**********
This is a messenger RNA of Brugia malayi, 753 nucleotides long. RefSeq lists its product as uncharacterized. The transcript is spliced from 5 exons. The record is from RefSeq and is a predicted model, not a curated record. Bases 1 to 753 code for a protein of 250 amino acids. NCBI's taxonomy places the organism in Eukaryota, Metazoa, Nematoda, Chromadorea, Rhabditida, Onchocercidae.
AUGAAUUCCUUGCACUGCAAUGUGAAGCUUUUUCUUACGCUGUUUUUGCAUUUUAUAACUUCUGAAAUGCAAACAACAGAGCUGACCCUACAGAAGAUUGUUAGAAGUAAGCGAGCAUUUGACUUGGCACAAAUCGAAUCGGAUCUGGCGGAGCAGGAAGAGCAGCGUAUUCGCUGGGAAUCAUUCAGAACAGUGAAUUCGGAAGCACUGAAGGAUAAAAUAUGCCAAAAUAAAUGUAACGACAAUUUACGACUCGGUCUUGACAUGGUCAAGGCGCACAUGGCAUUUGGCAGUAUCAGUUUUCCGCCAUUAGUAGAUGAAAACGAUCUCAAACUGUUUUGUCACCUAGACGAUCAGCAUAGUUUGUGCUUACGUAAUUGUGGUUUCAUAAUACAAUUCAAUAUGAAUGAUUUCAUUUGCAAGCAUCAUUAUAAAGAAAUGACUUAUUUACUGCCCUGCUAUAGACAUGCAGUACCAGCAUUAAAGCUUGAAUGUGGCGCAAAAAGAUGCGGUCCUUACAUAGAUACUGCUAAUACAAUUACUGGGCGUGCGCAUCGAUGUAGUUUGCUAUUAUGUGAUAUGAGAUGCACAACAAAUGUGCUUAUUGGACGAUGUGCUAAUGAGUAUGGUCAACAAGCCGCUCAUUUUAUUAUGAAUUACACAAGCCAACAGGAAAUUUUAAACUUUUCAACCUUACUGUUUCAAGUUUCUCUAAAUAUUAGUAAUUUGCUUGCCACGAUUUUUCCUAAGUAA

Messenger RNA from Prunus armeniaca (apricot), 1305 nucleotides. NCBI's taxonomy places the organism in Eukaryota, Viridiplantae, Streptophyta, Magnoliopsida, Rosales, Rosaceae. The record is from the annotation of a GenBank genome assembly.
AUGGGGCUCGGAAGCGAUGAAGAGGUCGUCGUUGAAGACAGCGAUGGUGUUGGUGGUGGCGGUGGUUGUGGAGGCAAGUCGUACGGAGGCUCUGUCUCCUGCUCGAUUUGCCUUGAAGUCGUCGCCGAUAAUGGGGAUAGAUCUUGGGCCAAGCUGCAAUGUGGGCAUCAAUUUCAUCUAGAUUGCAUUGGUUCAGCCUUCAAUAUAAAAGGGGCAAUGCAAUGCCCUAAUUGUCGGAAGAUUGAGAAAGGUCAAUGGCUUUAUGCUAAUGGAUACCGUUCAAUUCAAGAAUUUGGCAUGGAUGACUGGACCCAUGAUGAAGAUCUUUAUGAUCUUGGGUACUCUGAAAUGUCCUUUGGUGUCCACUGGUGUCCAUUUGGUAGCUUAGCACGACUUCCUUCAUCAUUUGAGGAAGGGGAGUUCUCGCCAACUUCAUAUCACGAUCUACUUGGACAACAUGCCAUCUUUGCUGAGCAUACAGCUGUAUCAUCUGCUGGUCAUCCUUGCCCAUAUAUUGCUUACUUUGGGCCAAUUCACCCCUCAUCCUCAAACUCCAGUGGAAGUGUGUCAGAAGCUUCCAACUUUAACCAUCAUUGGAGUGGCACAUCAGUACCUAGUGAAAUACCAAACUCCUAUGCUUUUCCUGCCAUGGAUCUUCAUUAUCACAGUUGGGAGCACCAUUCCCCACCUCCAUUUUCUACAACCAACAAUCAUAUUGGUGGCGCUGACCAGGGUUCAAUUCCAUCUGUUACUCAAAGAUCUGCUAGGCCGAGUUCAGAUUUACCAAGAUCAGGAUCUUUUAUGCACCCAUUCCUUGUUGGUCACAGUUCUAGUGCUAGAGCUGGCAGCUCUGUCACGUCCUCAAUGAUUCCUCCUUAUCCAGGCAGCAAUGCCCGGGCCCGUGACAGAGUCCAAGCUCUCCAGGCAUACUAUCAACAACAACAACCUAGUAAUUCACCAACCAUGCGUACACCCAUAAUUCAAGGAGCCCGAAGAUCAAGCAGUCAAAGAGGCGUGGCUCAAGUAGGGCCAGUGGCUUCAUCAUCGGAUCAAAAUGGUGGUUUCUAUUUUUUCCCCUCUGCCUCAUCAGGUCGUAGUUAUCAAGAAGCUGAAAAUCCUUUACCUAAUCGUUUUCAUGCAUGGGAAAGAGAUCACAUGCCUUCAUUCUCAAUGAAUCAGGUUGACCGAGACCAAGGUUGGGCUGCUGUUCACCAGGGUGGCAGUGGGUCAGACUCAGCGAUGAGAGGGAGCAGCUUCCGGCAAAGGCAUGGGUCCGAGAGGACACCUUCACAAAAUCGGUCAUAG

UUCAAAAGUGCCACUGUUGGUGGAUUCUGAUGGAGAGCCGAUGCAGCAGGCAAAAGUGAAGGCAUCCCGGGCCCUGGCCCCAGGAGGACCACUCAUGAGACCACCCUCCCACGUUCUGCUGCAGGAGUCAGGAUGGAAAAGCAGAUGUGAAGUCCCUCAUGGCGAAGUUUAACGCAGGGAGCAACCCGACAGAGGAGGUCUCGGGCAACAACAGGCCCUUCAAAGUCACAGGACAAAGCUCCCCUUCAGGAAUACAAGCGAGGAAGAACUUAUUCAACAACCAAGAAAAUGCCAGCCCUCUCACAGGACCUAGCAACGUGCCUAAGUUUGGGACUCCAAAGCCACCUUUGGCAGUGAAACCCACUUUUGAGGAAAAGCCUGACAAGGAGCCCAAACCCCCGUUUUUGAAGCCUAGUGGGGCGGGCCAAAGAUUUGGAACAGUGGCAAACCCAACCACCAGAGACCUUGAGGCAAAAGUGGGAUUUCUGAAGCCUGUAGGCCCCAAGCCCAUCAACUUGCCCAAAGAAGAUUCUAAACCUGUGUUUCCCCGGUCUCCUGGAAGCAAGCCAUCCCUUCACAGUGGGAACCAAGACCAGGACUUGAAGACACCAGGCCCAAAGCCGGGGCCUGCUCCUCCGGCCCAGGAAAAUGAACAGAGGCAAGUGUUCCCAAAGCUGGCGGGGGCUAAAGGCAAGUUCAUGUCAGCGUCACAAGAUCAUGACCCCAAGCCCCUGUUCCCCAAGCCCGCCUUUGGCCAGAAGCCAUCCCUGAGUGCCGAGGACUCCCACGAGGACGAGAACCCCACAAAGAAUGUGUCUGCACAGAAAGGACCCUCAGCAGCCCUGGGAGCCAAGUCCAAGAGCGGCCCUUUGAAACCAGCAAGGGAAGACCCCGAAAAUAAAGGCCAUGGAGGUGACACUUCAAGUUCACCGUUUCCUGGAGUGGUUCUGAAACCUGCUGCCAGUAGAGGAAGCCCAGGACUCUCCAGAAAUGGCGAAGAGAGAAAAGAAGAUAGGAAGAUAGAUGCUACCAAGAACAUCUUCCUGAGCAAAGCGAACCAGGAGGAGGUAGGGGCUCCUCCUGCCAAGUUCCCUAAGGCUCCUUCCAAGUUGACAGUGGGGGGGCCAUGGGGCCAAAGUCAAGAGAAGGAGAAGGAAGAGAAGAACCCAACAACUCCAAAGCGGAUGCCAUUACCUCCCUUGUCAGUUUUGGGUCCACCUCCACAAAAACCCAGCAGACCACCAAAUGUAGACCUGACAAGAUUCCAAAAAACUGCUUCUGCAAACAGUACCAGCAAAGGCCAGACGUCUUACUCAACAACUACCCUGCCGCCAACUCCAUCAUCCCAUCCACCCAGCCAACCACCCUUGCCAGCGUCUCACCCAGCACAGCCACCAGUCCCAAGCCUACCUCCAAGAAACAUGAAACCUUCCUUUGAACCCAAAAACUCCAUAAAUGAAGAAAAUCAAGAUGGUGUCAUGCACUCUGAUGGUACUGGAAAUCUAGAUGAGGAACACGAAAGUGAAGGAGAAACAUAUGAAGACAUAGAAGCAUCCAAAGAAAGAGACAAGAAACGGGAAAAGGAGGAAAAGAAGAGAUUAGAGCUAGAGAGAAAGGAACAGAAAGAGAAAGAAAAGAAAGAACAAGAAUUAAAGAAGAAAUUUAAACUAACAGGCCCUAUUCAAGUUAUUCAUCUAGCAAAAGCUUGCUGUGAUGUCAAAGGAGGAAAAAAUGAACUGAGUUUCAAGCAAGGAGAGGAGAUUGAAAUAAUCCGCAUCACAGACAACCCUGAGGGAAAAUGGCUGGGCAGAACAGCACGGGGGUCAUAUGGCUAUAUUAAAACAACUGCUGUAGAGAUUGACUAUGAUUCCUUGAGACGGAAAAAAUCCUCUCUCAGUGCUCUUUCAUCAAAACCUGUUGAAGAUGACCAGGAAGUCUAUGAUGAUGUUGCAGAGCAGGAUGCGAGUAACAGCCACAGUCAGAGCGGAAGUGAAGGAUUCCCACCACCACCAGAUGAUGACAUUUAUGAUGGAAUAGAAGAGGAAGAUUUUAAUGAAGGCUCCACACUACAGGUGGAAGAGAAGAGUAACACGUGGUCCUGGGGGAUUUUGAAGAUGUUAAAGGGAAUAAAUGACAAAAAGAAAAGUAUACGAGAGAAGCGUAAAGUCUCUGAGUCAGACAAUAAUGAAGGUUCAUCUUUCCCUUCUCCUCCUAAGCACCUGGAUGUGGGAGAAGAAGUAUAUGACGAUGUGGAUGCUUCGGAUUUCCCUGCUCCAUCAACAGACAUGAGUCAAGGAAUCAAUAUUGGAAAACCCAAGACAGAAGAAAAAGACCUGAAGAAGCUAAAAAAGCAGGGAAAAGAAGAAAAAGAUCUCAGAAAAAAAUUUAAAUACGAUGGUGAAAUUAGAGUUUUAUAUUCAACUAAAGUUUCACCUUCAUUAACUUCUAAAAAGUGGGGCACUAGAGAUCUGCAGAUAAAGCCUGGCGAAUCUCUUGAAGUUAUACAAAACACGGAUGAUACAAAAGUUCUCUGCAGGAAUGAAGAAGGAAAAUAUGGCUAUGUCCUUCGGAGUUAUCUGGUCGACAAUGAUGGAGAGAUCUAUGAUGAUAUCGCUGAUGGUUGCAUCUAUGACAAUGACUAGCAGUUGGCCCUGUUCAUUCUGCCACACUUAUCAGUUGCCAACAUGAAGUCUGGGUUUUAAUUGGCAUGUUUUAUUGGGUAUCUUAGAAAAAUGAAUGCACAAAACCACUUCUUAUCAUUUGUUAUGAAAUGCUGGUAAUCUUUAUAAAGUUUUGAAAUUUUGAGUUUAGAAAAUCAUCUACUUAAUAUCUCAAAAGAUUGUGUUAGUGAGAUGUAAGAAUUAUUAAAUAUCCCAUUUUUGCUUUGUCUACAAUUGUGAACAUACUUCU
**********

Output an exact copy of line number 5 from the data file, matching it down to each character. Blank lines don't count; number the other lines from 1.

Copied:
UUCAAAAGUGCCACUGUUGGUGGAUUCUGAUGGAGAGCCGAUGCAGCAGGCAAAAGUGAAGGCAUCCCGGGCCCUGGCCCCAGGAGGACCACUCAUGAGACCACCCUCCCACGUUCUGCUGCAGGAGUCAGGAUGGAAAAGCAGAUGUGAAGUCCCUCAUGGCGAAGUUUAACGCAGGGAGCAACCCGACAGAGGAGGUCUCGGGCAACAACAGGCCCUUCAAAGUCACAGGACAAAGCUCCCCUUCAGGAAUACAAGCGAGGAAGAACUUAUUCAACAACCAAGAAAAUGCCAGCCCUCUCACAGGACCUAGCAACGUGCCUAAGUUUGGGACUCCAAAGCCACCUUUGGCAGUGAAACCCACUUUUGAGGAAAAGCCUGACAAGGAGCCCAAACCCCCGUUUUUGAAGCCUAGUGGGGCGGGCCAAAGAUUUGGAACAGUGGCAAACCCAACCACCAGAGACCUUGAGGCAAAAGUGGGAUUUCUGAAGCCUGUAGGCCCCAAGCCCAUCAACUUGCCCAAAGAAGAUUCUAAACCUGUGUUUCCCCGGUCUCCUGGAAGCAAGCCAUCCCUUCACAGUGGGAACCAAGACCAGGACUUGAAGACACCAGGCCCAAAGCCGGGGCCUGCUCCUCCGGCCCAGGAAAAUGAACAGAGGCAAGUGUUCCCAAAGCUGGCGGGGGCUAAAGGCAAGUUCAUGUCAGCGUCACAAGAUCAUGACCCCAAGCCCCUGUUCCCCAAGCCCGCCUUUGGCCAGAAGCCAUCCCUGAGUGCCGAGGACUCCCACGAGGACGAGAACCCCACAAAGAAUGUGUCUGCACAGAAAGGACCCUCAGCAGCCCUGGGAGCCAAGUCCAAGAGCGGCCCUUUGAAACCAGCAAGGGAAGACCCCGAAAAUAAAGGCCAUGGAGGUGACACUUCAAGUUCACCGUUUCCUGGAGUGGUUCUGAAACCUGCUGCCAGUAGAGGAAGCCCAGGACUCUCCAGAAAUGGCGAAGAGAGAAAAGAAGAUAGGAAGAUAGAUGCUACCAAGAACAUCUUCCUGAGCAAAGCGAACCAGGAGGAGGUAGGGGCUCCUCCUGCCAAGUUCCCUAAGGCUCCUUCCAAGUUGACAGUGGGGGGGCCAUGGGGCCAAAGUCAAGAGAAGGAGAAGGAAGAGAAGAACCCAACAACUCCAAAGCGGAUGCCAUUACCUCCCUUGUCAGUUUUGGGUCCACCUCCACAAAAACCCAGCAGACCACCAAAUGUAGACCUGACAAGAUUCCAAAAAACUGCUUCUGCAAACAGUACCAGCAAAGGCCAGACGUCUUACUCAACAACUACCCUGCCGCCAACUCCAUCAUCCCAUCCACCCAGCCAACCACCCUUGCCAGCGUCUCACCCAGCACAGCCACCAGUCCCAAGCCUACCUCCAAGAAACAUGAAACCUUCCUUUGAACCCAAAAACUCCAUAAAUGAAGAAAAUCAAGAUGGUGUCAUGCACUCUGAUGGUACUGGAAAUCUAGAUGAGGAACACGAAAGUGAAGGAGAAACAUAUGAAGACAUAGAAGCAUCCAAAGAAAGAGACAAGAAACGGGAAAAGGAGGAAAAGAAGAGAUUAGAGCUAGAGAGAAAGGAACAGAAAGAGAAAGAAAAGAAAGAACAAGAAUUAAAGAAGAAAUUUAAACUAACAGGCCCUAUUCAAGUUAUUCAUCUAGCAAAAGCUUGCUGUGAUGUCAAAGGAGGAAAAAAUGAACUGAGUUUCAAGCAAGGAGAGGAGAUUGAAAUAAUCCGCAUCACAGACAACCCUGAGGGAAAAUGGCUGGGCAGAACAGCACGGGGGUCAUAUGGCUAUAUUAAAACAACUGCUGUAGAGAUUGACUAUGAUUCCUUGAGACGGAAAAAAUCCUCUCUCAGUGCUCUUUCAUCAAAACCUGUUGAAGAUGACCAGGAAGUCUAUGAUGAUGUUGCAGAGCAGGAUGCGAGUAACAGCCACAGUCAGAGCGGAAGUGAAGGAUUCCCACCACCACCAGAUGAUGACAUUUAUGAUGGAAUAGAAGAGGAAGAUUUUAAUGAAGGCUCCACACUACAGGUGGAAGAGAAGAGUAACACGUGGUCCUGGGGGAUUUUGAAGAUGUUAAAGGGAAUAAAUGACAAAAAGAAAAGUAUACGAGAGAAGCGUAAAGUCUCUGAGUCAGACAAUAAUGAAGGUUCAUCUUUCCCUUCUCCUCCUAAGCACCUGGAUGUGGGAGAAGAAGUAUAUGACGAUGUGGAUGCUUCGGAUUUCCCUGCUCCAUCAACAGACAUGAGUCAAGGAAUCAAUAUUGGAAAACCCAAGACAGAAGAAAAAGACCUGAAGAAGCUAAAAAAGCAGGGAAAAGAAGAAAAAGAUCUCAGAAAAAAAUUUAAAUACGAUGGUGAAAUUAGAGUUUUAUAUUCAACUAAAGUUUCACCUUCAUUAACUUCUAAAAAGUGGGGCACUAGAGAUCUGCAGAUAAAGCCUGGCGAAUCUCUUGAAGUUAUACAAAACACGGAUGAUACAAAAGUUCUCUGCAGGAAUGAAGAAGGAAAAUAUGGCUAUGUCCUUCGGAGUUAUCUGGUCGACAAUGAUGGAGAGAUCUAUGAUGAUAUCGCUGAUGGUUGCAUCUAUGACAAUGACUAGCAGUUGGCCCUGUUCAUUCUGCCACACUUAUCAGUUGCCAACAUGAAGUCUGGGUUUUAAUUGGCAUGUUUUAUUGGGUAUCUUAGAAAAAUGAAUGCACAAAACCACUUCUUAUCAUUUGUUAUGAAAUGCUGGUAAUCUUUAUAAAGUUUUGAAAUUUUGAGUUUAGAAAAUCAUCUACUUAAUAUCUCAAAAGAUUGUGUUAGUGAGAUGUAAGAAUUAUUAAAUAUCCCAUUUUUGCUUUGUCUACAAUUGUGAACAUACUUCU